Winter hits, making sour mouths twitch.
Baby bellows straight from the gut;
her mother so corrupted by the sound,
she peregrinates to the capsule.
People photograph their food
as though they will never taste it
and eschew cutlery in favour of fingers.
Upside down crates colonise polished concrete –
wooden tops pinched from nervous forks and overused china.
A mirror of how my cheeks flush when you are near;
petechia skin rolling out to my ears and down through my neck.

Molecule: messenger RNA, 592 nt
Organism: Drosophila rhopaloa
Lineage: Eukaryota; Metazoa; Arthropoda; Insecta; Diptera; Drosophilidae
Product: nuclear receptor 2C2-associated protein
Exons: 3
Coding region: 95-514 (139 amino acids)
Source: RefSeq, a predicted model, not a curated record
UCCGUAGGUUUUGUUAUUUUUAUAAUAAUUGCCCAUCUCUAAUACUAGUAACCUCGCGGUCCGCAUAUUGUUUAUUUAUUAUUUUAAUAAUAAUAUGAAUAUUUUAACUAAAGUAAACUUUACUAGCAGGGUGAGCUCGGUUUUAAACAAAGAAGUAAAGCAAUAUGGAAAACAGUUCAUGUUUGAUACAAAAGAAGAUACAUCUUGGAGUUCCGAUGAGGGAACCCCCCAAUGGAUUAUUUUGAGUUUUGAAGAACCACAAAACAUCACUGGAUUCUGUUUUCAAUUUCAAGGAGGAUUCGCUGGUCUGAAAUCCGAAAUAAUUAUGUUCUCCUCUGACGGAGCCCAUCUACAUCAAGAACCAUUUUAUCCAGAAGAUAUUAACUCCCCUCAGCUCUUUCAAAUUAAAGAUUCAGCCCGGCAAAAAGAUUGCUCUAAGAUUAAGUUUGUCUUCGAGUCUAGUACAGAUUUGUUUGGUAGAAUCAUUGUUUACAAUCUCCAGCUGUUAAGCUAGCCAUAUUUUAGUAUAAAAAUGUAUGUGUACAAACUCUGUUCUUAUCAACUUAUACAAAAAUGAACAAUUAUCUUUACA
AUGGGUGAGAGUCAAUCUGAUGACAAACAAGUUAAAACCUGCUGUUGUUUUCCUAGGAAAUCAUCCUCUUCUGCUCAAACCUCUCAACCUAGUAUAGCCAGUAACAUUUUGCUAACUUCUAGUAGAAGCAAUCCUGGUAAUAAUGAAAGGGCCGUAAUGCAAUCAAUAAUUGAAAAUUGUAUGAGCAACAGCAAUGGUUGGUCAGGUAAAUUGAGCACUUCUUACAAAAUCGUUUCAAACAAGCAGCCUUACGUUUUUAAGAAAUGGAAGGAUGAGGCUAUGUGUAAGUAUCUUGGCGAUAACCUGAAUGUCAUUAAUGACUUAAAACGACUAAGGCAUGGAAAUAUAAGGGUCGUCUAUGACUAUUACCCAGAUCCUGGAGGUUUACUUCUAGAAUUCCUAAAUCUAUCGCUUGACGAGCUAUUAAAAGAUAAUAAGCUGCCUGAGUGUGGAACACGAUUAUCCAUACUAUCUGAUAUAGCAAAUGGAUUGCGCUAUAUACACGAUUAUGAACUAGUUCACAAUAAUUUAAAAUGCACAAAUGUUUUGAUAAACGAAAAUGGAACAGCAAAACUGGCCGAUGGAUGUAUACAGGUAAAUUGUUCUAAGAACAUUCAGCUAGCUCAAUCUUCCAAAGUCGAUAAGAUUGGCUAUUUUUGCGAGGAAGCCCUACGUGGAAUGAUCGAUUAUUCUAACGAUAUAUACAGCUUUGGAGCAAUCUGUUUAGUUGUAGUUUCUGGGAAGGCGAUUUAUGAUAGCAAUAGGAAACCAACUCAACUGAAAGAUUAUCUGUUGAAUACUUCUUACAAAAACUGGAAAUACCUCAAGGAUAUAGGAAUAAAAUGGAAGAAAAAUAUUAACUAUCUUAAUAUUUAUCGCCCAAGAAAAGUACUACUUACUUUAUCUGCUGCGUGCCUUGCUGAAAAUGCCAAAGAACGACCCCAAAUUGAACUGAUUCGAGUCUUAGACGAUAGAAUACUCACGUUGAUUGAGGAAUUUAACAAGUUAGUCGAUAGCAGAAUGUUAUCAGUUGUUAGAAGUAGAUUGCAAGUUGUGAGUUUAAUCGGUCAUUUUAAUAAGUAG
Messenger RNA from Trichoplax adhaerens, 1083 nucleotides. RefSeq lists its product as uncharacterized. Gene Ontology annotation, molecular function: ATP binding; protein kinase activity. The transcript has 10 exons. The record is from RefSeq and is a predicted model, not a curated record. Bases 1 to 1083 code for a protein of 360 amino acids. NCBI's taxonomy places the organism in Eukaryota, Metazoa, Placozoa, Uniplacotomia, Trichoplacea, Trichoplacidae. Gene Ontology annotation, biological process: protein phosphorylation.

A human meditation – I observe your temerity and gentle harbour
like some blue night I want to anchor in
amble and drown, amble and drown.
Girls talk about adrenal anxiety –
the conversation tepid and usual.
Expected, like upturned cuffs of jeans,
crisp and sweeping clavicles of young girls, and
broken promises like webs spun at dawn.
So much usual.
Give me something I can use.
Like the weight of your gaze where you pull on my eye
(the pigmentation of an unsullied soul),
or the answer to your question.
Just give me something I can use.